Pepe Mar celebrates Queer Mexican roots in “Magic Vessel”
Pepe Mar celebrates Queer Mexican roots in “Magic Vessel”
The Miami-based artist showcases his intersectional identity in an eclectic multimedia exhibit in the Everson.
Mexican artist Pepe Mar unveiled his art exhibition “Magic Vessel” at Syracuse’s Everson Museum of Art on Sept. 30. The exhibit, which runs through the end of December, is a synthesis of his Queer Latine identity.
Upon entering Pepe Mar’s “Magic Vessel,” viewers are immersed in a world wholly abstracted from actuality. While a close eye can reveal roots in our reality, the universe that Mar creates in the vessel of the Everson is, as titled, magical.
In the first gallery room, many pieces line the walls in a traditional gallery format. It’s their subjects that are anything but ordinary.
Mar creates creatures. Some are similar to butterflies or dragonflies, while others seem much more driven by his imaginative presence. Even in their abstract forms, these pieces are predominantly composed of natural forms sculpted into ethereal beings. Tying these otherworldly works to the physical environment showcases a sense of innovation and creativity as a present throughline.
These abstracted forms converge into sculptures in framed glass cases arranged to mimic hung canvas. The pieces themselves are varied, featuring shoelaces and textiles to enamel carafes. Mar establishes a pattern of blurring the line between traditional two-dimensional visual art and three-dimensional sculpture. In doing so, he breathes life into his artwork through unique elements composing a striking visual.
Venturing into the second gallery, Mar only takes this to the umpteenth degree. Entering through a painted, draped canvas cloth, the world outside becomes lost to onlookers. In this space, abstracted expressionist forms are hung in a rolling grid style, covering every inch of the walls with Mar’s replicated prints on fabric.
Materially, the immersive room contains ceramic and clay sculptures, canopy prints, and painted canvases. Leaves and natural morphologies, shapes, and textiles are layered and filtered through the repeated panels. Many of these natural forms are composed of palm trees and other tropical plants, likely referencing both the Miami region and Mexican heritage from which Mar hails.
While there initially seems to be no systemic design to the display, it becomes clear that the duplicate prints are arranged in an almost sequential pattern: brighter portions jump from the replicated backdrop of darker elements.
Where a gallery floor once expanded, a green shag carpet lays. On green pedestals sit sculptures of varying neutral and earth tones. The site-specific installation is titled “Clay Garden.” The ceramic garden curated by Mar features one of his original sculptures and other works from the Everson’s extensive collection.
Some pieces are vibrant on their surface, while others bear curvilinear shapes. The more naturalistic sculptures emulate rocky desert features. The neutral-colored sculptures juxtapose the shag carpet, mimicking a boulder in a grassy plain. Ultimately, this gallery further blurs the line between art and reality.
Mar’s work almost occupies a liminal existence, wherein the eclectic nature and natural motifs unite between sculpture and print. Using natural geographic iconography, Mar connects viewers to his magical realm and the environment within which he settled into his identity.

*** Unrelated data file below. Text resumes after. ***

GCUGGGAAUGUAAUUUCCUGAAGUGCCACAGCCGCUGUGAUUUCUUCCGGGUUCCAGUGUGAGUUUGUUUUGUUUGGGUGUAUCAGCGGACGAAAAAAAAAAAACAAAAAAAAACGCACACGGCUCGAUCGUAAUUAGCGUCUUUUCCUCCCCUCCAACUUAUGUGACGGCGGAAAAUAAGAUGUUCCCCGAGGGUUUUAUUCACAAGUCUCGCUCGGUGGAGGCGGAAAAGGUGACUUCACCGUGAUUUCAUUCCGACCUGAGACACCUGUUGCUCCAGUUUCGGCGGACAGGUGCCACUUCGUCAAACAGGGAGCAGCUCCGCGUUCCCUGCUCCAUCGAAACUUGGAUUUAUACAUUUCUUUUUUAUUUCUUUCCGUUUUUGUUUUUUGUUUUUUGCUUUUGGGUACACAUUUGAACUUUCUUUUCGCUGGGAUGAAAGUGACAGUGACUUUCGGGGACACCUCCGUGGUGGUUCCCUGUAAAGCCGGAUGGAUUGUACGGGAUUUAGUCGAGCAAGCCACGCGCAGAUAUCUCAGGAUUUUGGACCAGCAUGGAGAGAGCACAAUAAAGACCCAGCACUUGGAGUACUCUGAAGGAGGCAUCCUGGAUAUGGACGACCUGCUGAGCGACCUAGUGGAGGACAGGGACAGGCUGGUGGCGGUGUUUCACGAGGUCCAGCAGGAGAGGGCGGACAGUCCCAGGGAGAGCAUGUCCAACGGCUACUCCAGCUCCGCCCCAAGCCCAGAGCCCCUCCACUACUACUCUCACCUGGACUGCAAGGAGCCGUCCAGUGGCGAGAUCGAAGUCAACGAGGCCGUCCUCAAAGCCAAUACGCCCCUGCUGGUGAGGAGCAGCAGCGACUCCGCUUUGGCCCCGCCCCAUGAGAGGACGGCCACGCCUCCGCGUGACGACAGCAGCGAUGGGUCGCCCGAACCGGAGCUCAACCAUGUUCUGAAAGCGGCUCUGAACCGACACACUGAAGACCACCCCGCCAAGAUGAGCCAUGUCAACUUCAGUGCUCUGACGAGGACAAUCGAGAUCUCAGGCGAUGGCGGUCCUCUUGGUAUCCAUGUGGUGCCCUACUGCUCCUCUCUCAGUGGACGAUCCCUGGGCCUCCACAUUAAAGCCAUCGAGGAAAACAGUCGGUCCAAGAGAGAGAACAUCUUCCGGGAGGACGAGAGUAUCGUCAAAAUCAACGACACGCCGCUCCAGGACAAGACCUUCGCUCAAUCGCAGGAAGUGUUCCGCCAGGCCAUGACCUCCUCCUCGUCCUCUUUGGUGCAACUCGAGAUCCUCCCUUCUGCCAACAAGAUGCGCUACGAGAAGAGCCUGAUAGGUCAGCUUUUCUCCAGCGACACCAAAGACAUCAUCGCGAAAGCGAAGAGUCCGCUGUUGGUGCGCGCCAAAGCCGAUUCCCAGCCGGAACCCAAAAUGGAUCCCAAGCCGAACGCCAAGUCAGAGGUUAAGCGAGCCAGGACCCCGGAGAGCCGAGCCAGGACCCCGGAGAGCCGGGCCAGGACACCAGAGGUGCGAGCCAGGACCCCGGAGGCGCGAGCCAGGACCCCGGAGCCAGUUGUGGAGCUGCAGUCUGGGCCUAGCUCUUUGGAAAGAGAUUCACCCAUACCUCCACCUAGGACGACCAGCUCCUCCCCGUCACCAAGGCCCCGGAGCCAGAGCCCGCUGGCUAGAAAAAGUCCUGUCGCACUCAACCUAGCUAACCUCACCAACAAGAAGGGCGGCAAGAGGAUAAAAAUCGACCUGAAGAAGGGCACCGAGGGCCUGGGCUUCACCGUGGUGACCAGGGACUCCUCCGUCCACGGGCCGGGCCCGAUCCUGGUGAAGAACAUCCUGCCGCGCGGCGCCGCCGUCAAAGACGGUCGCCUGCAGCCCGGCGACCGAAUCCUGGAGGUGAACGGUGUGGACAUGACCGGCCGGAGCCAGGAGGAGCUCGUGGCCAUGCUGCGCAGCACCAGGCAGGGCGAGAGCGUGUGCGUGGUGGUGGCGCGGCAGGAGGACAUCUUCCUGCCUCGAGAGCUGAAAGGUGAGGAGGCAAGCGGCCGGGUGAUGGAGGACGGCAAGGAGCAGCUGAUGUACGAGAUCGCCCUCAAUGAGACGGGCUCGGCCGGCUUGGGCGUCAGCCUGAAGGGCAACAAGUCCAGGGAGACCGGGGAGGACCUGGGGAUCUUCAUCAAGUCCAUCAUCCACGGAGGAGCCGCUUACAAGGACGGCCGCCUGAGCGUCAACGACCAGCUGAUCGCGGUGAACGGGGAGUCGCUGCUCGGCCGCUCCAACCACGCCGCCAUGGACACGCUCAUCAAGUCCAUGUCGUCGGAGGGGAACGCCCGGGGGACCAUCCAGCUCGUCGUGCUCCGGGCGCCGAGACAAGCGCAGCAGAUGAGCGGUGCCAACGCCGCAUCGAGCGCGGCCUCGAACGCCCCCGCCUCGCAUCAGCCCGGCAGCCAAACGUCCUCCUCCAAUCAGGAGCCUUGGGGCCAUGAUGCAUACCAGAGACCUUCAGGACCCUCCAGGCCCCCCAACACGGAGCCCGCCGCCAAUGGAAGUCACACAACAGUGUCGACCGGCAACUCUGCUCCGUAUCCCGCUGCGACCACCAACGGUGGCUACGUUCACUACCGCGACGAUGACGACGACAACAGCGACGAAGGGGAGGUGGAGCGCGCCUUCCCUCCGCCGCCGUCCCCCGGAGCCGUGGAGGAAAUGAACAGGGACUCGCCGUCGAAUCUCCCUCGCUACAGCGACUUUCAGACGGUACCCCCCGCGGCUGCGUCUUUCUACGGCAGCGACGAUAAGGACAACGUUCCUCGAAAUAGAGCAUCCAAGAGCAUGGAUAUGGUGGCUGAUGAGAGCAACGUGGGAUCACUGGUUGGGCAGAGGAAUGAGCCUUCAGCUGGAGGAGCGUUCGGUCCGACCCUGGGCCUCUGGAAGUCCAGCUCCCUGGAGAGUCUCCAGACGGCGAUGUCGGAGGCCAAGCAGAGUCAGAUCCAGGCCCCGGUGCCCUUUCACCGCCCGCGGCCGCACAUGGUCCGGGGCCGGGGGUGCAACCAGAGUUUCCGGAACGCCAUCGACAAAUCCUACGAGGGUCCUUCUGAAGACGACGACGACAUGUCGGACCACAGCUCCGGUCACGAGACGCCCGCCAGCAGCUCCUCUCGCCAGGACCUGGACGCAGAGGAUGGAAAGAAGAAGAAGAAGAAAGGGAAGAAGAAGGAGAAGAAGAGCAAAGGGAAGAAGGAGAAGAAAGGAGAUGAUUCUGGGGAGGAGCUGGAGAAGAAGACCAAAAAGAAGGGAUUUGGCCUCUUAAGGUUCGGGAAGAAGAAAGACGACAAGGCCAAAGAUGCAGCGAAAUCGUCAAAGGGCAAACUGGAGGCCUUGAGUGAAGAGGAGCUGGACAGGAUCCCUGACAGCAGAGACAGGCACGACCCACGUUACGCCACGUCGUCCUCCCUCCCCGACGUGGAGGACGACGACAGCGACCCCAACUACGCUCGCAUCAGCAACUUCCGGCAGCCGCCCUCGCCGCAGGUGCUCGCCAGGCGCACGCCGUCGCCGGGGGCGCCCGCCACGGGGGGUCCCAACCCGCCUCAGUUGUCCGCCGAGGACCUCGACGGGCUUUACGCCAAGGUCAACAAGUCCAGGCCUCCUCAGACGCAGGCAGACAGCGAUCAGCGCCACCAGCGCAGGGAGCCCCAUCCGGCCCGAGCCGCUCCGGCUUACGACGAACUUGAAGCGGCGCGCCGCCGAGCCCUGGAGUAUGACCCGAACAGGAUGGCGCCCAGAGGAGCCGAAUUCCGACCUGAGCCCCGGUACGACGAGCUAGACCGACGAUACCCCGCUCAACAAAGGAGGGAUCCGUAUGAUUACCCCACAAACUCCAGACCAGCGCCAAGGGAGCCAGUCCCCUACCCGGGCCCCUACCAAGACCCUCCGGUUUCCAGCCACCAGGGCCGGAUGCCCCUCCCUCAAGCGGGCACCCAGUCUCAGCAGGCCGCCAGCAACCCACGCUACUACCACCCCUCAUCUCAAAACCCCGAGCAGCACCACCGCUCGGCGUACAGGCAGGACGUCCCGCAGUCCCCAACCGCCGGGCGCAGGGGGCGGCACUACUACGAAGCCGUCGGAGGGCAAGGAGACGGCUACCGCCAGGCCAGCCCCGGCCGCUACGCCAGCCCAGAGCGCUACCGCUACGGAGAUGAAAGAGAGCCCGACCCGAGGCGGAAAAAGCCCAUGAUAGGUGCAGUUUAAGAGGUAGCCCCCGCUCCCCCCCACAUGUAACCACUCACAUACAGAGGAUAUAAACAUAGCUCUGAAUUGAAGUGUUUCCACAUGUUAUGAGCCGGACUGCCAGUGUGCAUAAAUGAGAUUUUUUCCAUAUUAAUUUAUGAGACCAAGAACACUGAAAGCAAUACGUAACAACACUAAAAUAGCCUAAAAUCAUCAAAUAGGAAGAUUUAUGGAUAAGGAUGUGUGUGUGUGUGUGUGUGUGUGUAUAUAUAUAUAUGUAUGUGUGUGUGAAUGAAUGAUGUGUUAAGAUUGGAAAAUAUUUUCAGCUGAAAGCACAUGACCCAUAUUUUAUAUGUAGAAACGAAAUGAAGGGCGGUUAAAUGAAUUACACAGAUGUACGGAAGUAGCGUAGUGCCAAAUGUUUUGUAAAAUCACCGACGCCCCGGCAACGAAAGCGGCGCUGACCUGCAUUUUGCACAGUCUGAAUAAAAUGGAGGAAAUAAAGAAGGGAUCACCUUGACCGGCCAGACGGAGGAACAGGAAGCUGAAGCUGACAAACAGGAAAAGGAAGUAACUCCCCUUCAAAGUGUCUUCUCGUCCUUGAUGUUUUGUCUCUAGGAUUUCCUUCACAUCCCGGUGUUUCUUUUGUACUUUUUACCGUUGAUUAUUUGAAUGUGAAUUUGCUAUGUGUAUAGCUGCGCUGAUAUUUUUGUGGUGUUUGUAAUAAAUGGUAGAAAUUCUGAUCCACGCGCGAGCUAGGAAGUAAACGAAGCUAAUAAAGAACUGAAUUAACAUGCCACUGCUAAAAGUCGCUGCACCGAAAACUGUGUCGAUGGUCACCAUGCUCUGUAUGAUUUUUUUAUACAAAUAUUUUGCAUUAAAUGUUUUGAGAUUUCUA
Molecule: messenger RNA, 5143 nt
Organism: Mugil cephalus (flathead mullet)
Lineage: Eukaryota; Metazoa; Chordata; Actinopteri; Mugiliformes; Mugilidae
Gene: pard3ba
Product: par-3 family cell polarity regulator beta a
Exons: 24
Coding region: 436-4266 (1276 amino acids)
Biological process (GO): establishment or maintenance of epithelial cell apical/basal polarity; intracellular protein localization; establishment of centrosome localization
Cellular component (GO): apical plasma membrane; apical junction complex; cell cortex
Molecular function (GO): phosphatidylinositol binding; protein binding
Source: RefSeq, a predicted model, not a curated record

The canopied second gallery ultimately serves as a timeline of Mar’s work. As an openly Queer man, Mar highlights the ways his sexuality and lived experience has developed his craft. Thinking about his pieces through the lens of identity is a valuable tool for understanding how much of human existence is performative — it is not lost on me that this was likely Mar’s intention.
If that wasn’t already evident, Mar ensured the presence of drag performers in the space at the exhibition’s opening. Here, the queens interpreted his work with Queer performance. The resounding success of drag’s incorporation led the Everson to pioneer a drag-docent program.
The performers, Yuka Liptis and Samantha Vega, not only perform in the space but have been trained to critically engage audiences with the pieces. They move among the viewers after a performance, drawing out curiosity and succinctly connecting the threads of Mar’s work.
With only one of the garden’s sculptures being Mar’s, the docents created a guessing game at the end of their walk. They implored audiences to think about Mar’s work showcased in the first gallery to determine which sculpture is his.
People from all walks of life in the audience were lost in wonder. Smiles lit up faces during performances and the experiential immersion itself. The docents ultimately proved influential in engaging visitors with the art in contemporary ways that cannot be understated.
The presence of queens in the space comes on the heels of anti-drag and anti-LGBTQ legislation worldwide. By including the art form, the Everson takes a formative stance in safeguarding the art form and providing a safe space for LGBTQ people in Syracuse.
Since 2022, the museum has cultivated community through various LGBTQ-specific engagement opportunities. “It’s evident there is a real need for LGBTQ+ community spaces in Syracuse,” engagement coordinator Shari Merten said.
Mar’s exhibit almost feels like a Queer church. In his “Magic Vessel,” lip-syncing drag queens replace choirs, and outside persecution is barred entry behind a haven of art. Much of his work sits at the intersection of his identity as a Queer man and Latine immigrant.
His identity emerges in the sculptured symbolism. By mixing these essential elements of his identity, Mar visualizes intersectionality evocatively, setting the stage for other Queer Latine artists to find their footing.
Pepe Mar’s exhibition “Magic Vessel” is on display at the Everson Art Museum until Dec. 31.